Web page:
When Burmese pythons began slithering across Everglades levees in increasingly alarming numbers, state water managers petitioned the federal government to crack down on the pet trade’s sale of the giant snakes.
In the five years since, a string of studies, congressional hearings, articles and nature shows — not to mention bad sci-fi movies — have painted the python as a monstrous ecological menace that threatened to spread to other states.
But the proposal to ban the import and interstate sale of Burmese pythons and eight other large exotic snakes has stalled, swallowed up in White House bureaucracy for nearly a year.
A bipartisan group of lawmakers has written letters urging the Obama administration to approve the snake ban — among them, Democratic Sen. Bill Nelson last month, Tampa-area Republican Rep. Bill Young this month and Miami Republican Rep. Ileana Ros-Lehtinen last week. Despite the pressure, the effort to declare the snakes “injurious species’’ through a cumbersome administrative process called the Lacey Act remains in doubt.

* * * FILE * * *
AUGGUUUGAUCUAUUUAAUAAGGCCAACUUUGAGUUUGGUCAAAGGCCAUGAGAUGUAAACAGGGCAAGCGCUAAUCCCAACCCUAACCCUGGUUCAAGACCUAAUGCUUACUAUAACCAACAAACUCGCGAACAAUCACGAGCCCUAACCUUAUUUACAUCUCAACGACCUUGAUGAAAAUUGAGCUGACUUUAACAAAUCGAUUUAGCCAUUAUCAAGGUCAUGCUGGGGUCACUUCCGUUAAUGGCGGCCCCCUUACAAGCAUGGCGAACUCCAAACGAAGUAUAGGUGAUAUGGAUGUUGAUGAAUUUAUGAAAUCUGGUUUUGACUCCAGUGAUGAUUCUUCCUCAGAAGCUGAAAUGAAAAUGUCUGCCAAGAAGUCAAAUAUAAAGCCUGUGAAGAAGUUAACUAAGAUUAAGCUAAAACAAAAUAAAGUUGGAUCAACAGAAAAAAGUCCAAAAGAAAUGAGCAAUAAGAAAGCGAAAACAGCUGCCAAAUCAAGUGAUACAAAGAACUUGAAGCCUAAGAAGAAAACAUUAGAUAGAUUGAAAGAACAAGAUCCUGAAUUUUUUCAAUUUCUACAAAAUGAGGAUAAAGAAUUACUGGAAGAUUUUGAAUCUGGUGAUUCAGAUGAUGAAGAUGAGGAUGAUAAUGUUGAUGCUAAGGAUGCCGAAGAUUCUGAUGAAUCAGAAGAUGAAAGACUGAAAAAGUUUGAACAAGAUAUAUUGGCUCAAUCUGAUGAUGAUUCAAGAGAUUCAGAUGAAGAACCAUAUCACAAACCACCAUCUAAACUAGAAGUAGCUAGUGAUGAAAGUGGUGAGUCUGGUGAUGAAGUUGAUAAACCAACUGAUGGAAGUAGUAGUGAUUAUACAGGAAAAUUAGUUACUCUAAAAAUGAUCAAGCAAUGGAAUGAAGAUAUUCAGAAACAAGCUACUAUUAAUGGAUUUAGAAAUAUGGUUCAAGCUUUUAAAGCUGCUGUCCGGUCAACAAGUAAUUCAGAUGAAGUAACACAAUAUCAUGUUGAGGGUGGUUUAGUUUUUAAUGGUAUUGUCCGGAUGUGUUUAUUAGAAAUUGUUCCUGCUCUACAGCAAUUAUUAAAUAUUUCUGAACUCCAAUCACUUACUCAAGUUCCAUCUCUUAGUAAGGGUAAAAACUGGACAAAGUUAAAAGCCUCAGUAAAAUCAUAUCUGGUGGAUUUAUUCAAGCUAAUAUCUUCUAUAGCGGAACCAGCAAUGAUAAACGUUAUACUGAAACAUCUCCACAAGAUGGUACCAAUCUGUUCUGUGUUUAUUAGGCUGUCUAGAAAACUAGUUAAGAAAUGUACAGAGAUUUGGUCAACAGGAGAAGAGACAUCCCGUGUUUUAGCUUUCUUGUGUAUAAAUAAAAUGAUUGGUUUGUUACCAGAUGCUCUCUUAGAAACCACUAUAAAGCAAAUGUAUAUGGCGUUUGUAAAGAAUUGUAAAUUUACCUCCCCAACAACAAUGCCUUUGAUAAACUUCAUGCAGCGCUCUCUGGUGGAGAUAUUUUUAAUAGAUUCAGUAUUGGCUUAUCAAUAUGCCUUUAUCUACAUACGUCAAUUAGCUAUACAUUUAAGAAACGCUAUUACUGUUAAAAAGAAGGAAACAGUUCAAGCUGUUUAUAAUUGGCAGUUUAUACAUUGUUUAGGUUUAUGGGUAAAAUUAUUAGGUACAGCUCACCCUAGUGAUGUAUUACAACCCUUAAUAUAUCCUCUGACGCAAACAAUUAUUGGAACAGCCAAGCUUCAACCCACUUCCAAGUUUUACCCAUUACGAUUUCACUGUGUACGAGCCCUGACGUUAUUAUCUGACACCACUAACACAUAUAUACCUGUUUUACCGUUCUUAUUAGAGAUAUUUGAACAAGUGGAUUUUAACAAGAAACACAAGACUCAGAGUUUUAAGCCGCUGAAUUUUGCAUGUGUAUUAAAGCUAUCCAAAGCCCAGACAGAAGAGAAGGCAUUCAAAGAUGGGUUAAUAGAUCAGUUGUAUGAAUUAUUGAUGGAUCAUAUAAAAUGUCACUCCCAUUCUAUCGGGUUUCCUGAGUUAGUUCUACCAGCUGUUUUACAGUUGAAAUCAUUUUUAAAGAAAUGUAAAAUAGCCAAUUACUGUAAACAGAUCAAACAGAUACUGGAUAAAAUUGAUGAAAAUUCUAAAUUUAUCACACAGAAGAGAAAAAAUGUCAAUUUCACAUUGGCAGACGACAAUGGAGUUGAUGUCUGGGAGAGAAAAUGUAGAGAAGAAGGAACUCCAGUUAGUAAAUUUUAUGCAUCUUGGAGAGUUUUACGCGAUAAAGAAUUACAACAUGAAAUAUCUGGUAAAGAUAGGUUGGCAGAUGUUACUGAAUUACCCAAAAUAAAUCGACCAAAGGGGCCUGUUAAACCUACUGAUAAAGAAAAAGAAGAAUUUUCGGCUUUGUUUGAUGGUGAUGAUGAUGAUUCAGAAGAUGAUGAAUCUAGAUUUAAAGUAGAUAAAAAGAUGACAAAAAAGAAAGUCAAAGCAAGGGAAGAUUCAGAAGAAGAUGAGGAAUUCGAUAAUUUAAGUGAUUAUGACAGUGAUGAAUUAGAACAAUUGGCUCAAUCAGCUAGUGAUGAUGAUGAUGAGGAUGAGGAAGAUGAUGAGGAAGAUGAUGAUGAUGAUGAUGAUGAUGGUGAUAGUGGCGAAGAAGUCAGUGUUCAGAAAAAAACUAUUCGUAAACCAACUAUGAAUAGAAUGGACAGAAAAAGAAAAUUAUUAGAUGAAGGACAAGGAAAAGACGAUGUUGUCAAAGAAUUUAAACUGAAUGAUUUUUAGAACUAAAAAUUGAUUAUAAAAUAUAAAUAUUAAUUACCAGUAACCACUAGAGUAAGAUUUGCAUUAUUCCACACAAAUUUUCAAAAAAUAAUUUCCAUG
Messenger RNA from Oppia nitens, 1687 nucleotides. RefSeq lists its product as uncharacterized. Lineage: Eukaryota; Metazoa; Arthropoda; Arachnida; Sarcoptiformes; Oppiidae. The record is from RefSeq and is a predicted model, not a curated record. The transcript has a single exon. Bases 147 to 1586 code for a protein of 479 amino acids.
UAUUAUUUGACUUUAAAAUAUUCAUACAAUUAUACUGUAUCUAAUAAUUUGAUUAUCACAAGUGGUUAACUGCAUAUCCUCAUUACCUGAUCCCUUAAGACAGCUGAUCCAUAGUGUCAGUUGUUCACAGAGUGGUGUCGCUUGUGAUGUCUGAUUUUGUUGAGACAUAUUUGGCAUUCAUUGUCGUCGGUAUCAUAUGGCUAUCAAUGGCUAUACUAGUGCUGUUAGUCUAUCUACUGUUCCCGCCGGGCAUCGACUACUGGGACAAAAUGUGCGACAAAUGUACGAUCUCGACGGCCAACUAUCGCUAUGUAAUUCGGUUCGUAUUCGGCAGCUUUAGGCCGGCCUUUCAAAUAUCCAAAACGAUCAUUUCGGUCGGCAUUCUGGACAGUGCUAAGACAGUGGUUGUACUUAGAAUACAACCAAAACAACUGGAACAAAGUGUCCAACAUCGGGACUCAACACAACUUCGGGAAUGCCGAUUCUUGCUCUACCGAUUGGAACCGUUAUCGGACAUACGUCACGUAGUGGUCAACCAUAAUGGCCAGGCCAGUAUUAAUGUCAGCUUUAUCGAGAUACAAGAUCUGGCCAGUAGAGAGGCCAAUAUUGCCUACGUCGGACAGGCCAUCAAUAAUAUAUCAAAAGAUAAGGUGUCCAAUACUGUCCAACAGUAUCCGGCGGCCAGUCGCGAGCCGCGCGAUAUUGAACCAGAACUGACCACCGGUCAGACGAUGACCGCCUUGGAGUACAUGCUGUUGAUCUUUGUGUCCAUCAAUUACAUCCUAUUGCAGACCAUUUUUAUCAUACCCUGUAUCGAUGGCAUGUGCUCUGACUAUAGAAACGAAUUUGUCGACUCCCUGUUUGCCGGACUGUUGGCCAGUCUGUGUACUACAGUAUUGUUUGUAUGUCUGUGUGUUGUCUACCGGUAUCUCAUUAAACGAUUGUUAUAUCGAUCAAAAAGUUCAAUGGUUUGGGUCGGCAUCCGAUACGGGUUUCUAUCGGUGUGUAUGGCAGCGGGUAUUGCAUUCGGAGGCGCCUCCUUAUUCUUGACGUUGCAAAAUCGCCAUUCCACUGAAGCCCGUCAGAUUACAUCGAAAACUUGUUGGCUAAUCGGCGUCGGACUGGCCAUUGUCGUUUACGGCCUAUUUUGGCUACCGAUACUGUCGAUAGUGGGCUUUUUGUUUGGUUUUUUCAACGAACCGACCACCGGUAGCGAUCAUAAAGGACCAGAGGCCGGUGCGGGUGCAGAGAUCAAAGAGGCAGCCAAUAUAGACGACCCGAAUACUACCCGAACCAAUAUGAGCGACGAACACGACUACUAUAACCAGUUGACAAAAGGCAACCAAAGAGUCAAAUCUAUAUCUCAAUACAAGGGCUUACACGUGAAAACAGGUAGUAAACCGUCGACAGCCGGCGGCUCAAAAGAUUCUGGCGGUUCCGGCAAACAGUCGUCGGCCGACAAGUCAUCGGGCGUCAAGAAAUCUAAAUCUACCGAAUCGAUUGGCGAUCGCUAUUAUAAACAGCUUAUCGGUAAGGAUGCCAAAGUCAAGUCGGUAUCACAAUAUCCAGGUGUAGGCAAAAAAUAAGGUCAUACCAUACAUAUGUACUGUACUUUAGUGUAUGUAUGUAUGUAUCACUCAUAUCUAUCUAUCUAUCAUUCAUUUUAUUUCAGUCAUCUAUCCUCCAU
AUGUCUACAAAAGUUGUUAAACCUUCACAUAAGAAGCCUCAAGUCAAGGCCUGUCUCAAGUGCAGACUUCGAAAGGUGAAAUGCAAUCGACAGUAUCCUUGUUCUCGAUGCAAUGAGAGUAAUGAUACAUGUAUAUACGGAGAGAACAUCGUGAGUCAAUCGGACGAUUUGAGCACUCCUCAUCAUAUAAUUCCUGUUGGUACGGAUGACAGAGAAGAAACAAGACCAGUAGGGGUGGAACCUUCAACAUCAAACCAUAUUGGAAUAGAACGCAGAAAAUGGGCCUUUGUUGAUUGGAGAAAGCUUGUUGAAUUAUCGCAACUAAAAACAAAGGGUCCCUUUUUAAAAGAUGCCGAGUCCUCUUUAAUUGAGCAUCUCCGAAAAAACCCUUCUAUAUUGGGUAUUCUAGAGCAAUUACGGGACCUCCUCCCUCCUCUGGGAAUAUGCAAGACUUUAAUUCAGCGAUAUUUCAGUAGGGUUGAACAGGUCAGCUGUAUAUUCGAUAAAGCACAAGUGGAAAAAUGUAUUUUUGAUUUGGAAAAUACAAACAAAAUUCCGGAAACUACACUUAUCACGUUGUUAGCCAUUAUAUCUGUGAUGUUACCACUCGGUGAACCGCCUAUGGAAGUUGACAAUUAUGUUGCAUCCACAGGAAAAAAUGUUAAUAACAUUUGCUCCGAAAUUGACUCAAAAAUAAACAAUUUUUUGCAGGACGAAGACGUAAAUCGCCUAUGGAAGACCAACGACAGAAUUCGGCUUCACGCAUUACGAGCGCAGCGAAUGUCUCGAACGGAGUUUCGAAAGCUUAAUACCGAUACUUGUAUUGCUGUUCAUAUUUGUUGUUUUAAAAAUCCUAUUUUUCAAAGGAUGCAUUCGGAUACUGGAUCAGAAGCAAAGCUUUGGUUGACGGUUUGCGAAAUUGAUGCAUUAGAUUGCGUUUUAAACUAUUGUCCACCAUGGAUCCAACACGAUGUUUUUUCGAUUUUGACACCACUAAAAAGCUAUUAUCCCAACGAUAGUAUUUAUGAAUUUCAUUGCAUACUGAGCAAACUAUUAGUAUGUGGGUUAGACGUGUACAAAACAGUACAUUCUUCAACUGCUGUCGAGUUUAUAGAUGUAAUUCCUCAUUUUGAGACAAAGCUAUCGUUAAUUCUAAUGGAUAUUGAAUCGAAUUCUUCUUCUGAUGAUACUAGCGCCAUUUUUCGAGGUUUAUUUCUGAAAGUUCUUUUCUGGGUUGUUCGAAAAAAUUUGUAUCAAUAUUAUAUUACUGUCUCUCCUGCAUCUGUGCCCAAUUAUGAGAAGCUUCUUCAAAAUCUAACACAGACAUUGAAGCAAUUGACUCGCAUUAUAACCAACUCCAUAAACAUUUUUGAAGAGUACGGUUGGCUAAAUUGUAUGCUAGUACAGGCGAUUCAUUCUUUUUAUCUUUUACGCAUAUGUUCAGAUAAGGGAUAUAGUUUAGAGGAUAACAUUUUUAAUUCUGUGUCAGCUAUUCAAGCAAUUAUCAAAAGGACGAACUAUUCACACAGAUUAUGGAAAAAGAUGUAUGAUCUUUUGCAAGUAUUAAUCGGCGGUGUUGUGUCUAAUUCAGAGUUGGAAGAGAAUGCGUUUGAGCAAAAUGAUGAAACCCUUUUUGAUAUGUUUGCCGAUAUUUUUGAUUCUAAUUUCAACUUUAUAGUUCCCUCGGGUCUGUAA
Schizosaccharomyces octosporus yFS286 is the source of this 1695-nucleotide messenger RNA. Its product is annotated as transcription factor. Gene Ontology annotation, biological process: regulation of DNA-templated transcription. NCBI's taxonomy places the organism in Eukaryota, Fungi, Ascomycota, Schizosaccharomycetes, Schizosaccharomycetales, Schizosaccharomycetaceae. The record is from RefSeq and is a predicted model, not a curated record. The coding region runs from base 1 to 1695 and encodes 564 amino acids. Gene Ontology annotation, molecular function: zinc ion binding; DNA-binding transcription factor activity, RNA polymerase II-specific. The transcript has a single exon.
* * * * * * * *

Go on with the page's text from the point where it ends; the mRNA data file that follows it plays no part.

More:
The proposal has been buffeted by surging anti-regulatory fervor in Washington and scientific controversy over whether the snakes really pose much of a risk beyond South Florida.
The fact that the snakes acquired lobbyists may explain a few things as well.
The U.S. Association of Reptile Keepers, backed by a small but passionate group of snake breeders and collectors and a New York law firm, has mounting a campaign shrewdly positioning the python restrictions as “job-killing’’ federal red tape based on shaky science.
“This thing has tons of problems and no redeeming qualities,’’ said ARK President Andrew Wyatt. “A Lacey Act listing isn’t going to change one thing on the ground in South Florida now. It is going to put people out of work.’’